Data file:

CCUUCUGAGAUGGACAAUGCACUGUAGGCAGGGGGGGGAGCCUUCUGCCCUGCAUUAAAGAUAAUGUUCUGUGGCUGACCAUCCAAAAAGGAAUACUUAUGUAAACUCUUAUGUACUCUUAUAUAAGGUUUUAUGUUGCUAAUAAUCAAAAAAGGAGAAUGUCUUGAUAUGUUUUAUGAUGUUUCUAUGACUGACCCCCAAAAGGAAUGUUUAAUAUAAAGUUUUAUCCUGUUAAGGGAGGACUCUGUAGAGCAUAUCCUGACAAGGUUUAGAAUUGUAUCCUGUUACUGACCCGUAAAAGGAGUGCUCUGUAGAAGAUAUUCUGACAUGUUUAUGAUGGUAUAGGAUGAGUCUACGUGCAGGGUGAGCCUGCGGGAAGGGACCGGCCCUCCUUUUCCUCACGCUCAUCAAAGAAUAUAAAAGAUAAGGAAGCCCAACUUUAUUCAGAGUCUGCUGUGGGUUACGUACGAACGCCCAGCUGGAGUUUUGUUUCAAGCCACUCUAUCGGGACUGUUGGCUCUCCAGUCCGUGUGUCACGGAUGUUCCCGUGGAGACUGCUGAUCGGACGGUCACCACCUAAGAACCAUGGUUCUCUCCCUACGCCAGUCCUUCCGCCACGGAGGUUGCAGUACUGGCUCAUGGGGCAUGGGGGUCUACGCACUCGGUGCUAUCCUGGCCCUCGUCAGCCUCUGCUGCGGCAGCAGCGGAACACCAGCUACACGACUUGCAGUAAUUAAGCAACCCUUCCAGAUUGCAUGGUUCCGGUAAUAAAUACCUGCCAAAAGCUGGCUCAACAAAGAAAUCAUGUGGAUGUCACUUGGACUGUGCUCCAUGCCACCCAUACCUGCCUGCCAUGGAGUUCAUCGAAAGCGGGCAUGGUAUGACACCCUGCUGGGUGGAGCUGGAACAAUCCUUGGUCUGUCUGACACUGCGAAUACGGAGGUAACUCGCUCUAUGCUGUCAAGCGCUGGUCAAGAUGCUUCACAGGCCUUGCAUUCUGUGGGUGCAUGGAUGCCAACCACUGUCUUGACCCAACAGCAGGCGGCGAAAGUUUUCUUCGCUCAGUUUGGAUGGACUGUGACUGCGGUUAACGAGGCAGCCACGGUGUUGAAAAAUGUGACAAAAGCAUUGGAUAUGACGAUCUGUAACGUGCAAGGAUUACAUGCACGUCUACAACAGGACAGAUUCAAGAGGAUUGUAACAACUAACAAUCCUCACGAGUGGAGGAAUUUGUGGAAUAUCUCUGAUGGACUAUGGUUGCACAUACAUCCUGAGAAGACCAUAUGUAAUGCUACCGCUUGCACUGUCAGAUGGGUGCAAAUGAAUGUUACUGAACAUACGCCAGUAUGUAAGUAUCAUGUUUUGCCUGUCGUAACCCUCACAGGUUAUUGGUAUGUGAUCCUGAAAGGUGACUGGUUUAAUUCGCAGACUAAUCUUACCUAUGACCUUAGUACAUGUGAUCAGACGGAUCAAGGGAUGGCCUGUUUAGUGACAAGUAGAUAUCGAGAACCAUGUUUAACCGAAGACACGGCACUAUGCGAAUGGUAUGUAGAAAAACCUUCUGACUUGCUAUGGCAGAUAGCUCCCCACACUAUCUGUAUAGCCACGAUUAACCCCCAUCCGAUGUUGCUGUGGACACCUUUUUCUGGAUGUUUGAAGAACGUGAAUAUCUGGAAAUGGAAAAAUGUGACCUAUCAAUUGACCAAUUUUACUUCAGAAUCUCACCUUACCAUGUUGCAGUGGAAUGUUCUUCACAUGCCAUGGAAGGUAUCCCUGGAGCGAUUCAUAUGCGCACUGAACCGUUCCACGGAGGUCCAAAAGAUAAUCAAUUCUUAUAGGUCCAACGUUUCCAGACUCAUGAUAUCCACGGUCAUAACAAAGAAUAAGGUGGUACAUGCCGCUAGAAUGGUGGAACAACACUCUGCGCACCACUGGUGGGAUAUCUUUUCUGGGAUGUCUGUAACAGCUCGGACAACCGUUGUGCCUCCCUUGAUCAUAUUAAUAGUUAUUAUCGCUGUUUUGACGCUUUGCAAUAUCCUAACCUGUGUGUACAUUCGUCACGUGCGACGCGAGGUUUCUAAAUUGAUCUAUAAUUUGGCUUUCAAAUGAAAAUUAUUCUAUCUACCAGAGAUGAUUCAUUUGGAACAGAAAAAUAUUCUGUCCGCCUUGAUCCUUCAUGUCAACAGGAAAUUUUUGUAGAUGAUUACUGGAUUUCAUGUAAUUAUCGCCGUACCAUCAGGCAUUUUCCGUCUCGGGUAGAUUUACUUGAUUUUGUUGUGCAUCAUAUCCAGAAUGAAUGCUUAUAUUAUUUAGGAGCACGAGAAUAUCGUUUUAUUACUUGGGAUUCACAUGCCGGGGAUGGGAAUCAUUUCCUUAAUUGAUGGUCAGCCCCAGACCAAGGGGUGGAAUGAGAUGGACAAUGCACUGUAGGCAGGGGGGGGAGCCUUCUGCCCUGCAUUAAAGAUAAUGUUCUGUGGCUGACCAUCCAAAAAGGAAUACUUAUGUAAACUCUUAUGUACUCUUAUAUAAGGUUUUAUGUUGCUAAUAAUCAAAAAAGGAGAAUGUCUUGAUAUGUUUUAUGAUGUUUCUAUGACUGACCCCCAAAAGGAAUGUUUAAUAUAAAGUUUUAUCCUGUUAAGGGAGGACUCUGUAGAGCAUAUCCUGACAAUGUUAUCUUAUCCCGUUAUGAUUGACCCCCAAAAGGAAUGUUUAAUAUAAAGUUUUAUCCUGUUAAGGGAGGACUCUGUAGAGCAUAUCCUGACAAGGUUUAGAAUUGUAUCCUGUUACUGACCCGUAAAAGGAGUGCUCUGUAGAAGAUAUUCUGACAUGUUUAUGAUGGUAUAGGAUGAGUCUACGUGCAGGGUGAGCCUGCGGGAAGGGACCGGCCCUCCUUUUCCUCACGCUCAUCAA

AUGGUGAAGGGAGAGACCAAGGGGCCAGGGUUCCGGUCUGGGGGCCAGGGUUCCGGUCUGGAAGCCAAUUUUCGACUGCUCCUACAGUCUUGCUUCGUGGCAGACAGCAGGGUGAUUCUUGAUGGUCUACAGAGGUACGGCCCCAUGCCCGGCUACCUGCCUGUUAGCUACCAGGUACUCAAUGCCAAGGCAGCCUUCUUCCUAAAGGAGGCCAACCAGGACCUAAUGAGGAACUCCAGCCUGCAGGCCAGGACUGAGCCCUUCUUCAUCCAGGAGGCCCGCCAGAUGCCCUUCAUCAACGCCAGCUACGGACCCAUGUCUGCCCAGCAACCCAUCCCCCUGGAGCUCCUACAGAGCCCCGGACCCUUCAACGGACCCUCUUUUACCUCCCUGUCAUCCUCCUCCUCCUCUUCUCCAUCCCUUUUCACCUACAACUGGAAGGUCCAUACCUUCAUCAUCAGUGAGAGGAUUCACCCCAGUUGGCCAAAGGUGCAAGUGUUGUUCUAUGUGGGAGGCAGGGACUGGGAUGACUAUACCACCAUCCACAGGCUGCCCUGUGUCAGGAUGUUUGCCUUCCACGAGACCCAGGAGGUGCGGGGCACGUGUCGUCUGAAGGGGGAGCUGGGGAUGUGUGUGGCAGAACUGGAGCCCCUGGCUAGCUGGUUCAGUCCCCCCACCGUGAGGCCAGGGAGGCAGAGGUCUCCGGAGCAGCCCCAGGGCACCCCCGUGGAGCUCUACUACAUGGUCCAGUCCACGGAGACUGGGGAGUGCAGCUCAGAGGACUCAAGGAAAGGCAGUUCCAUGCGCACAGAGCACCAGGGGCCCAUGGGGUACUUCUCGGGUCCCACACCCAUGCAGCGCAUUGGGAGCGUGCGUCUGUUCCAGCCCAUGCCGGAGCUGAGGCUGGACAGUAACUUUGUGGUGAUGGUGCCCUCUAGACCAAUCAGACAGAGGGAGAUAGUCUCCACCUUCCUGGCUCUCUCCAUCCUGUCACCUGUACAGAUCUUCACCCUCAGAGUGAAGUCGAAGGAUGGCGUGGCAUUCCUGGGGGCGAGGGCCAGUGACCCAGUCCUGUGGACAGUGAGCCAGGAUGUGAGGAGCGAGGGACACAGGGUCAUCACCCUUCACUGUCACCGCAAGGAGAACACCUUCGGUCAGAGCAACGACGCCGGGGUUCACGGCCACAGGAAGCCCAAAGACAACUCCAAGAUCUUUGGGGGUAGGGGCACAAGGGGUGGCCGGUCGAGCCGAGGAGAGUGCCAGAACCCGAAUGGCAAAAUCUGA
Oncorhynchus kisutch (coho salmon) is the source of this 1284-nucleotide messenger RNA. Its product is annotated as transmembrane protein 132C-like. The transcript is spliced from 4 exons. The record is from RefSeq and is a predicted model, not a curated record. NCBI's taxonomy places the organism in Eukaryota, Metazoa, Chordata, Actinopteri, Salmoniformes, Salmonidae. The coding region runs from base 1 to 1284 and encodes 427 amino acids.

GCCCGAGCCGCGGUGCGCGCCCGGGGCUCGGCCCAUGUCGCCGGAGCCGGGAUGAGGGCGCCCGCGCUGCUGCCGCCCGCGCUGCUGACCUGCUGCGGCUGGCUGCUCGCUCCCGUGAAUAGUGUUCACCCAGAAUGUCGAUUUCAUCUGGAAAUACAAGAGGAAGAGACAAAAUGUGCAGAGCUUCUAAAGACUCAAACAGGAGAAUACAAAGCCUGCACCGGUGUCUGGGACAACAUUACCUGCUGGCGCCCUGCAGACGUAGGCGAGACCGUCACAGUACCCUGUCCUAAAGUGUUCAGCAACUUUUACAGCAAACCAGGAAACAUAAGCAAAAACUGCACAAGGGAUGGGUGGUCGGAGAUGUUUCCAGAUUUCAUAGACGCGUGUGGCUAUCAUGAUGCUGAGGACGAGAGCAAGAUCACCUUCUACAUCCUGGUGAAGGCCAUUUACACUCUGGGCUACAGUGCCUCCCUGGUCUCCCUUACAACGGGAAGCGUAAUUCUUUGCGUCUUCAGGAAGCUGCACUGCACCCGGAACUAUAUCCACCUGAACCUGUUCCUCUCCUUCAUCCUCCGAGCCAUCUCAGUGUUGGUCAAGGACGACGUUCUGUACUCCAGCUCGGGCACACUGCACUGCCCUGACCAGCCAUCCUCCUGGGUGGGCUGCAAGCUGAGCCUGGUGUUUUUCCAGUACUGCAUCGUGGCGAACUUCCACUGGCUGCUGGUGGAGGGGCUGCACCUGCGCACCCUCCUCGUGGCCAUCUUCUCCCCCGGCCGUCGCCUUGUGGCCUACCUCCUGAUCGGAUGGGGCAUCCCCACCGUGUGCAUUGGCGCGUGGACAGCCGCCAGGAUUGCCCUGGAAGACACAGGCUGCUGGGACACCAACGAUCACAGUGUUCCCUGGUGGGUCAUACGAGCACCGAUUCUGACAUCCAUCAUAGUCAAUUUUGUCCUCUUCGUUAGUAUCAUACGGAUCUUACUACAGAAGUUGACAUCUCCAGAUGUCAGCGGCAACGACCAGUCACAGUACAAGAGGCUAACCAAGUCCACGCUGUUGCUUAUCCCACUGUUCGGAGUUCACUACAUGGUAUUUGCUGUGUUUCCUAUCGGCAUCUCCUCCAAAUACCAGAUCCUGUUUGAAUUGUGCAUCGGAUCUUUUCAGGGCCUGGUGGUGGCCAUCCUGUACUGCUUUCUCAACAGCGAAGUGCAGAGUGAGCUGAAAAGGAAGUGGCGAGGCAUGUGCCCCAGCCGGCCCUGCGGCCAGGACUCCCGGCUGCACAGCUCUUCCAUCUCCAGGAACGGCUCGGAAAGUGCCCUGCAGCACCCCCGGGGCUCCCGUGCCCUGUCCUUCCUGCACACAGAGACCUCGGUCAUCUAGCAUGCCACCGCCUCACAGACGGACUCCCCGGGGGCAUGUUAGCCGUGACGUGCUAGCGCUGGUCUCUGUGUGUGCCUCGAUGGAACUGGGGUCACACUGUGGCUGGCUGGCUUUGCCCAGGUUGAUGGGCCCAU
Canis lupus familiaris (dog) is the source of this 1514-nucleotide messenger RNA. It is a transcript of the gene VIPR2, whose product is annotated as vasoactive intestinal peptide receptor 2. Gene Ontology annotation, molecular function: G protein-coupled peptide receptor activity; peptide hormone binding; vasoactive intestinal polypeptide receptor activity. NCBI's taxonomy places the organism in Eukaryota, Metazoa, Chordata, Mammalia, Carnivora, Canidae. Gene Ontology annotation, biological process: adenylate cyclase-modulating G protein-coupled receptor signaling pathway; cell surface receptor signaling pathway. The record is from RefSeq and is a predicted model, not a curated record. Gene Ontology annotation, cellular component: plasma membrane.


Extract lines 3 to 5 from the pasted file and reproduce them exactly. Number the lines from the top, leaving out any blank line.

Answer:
Oncorhynchus kisutch (coho salmon) is the source of this 1284-nucleotide messenger RNA. Its product is annotated as transmembrane protein 132C-like. The transcript is spliced from 4 exons. The record is from RefSeq and is a predicted model, not a curated record. NCBI's taxonomy places the organism in Eukaryota, Metazoa, Chordata, Actinopteri, Salmoniformes, Salmonidae. The coding region runs from base 1 to 1284 and encodes 427 amino acids.

GCCCGAGCCGCGGUGCGCGCCCGGGGCUCGGCCCAUGUCGCCGGAGCCGGGAUGAGGGCGCCCGCGCUGCUGCCGCCCGCGCUGCUGACCUGCUGCGGCUGGCUGCUCGCUCCCGUGAAUAGUGUUCACCCAGAAUGUCGAUUUCAUCUGGAAAUACAAGAGGAAGAGACAAAAUGUGCAGAGCUUCUAAAGACUCAAACAGGAGAAUACAAAGCCUGCACCGGUGUCUGGGACAACAUUACCUGCUGGCGCCCUGCAGACGUAGGCGAGACCGUCACAGUACCCUGUCCUAAAGUGUUCAGCAACUUUUACAGCAAACCAGGAAACAUAAGCAAAAACUGCACAAGGGAUGGGUGGUCGGAGAUGUUUCCAGAUUUCAUAGACGCGUGUGGCUAUCAUGAUGCUGAGGACGAGAGCAAGAUCACCUUCUACAUCCUGGUGAAGGCCAUUUACACUCUGGGCUACAGUGCCUCCCUGGUCUCCCUUACAACGGGAAGCGUAAUUCUUUGCGUCUUCAGGAAGCUGCACUGCACCCGGAACUAUAUCCACCUGAACCUGUUCCUCUCCUUCAUCCUCCGAGCCAUCUCAGUGUUGGUCAAGGACGACGUUCUGUACUCCAGCUCGGGCACACUGCACUGCCCUGACCAGCCAUCCUCCUGGGUGGGCUGCAAGCUGAGCCUGGUGUUUUUCCAGUACUGCAUCGUGGCGAACUUCCACUGGCUGCUGGUGGAGGGGCUGCACCUGCGCACCCUCCUCGUGGCCAUCUUCUCCCCCGGCCGUCGCCUUGUGGCCUACCUCCUGAUCGGAUGGGGCAUCCCCACCGUGUGCAUUGGCGCGUGGACAGCCGCCAGGAUUGCCCUGGAAGACACAGGCUGCUGGGACACCAACGAUCACAGUGUUCCCUGGUGGGUCAUACGAGCACCGAUUCUGACAUCCAUCAUAGUCAAUUUUGUCCUCUUCGUUAGUAUCAUACGGAUCUUACUACAGAAGUUGACAUCUCCAGAUGUCAGCGGCAACGACCAGUCACAGUACAAGAGGCUAACCAAGUCCACGCUGUUGCUUAUCCCACUGUUCGGAGUUCACUACAUGGUAUUUGCUGUGUUUCCUAUCGGCAUCUCCUCCAAAUACCAGAUCCUGUUUGAAUUGUGCAUCGGAUCUUUUCAGGGCCUGGUGGUGGCCAUCCUGUACUGCUUUCUCAACAGCGAAGUGCAGAGUGAGCUGAAAAGGAAGUGGCGAGGCAUGUGCCCCAGCCGGCCCUGCGGCCAGGACUCCCGGCUGCACAGCUCUUCCAUCUCCAGGAACGGCUCGGAAAGUGCCCUGCAGCACCCCCGGGGCUCCCGUGCCCUGUCCUUCCUGCACACAGAGACCUCGGUCAUCUAGCAUGCCACCGCCUCACAGACGGACUCCCCGGGGGCAUGUUAGCCGUGACGUGCUAGCGCUGGUCUCUGUGUGUGCCUCGAUGGAACUGGGGUCACACUGUGGCUGGCUGGCUUUGCCCAGGUUGAUGGGCCCAU
Canis lupus familiaris (dog) is the source of this 1514-nucleotide messenger RNA. It is a transcript of the gene VIPR2, whose product is annotated as vasoactive intestinal peptide receptor 2. Gene Ontology annotation, molecular function: G protein-coupled peptide receptor activity; peptide hormone binding; vasoactive intestinal polypeptide receptor activity. NCBI's taxonomy places the organism in Eukaryota, Metazoa, Chordata, Mammalia, Carnivora, Canidae. Gene Ontology annotation, biological process: adenylate cyclase-modulating G protein-coupled receptor signaling pathway; cell surface receptor signaling pathway. The record is from RefSeq and is a predicted model, not a curated record. Gene Ontology annotation, cellular component: plasma membrane.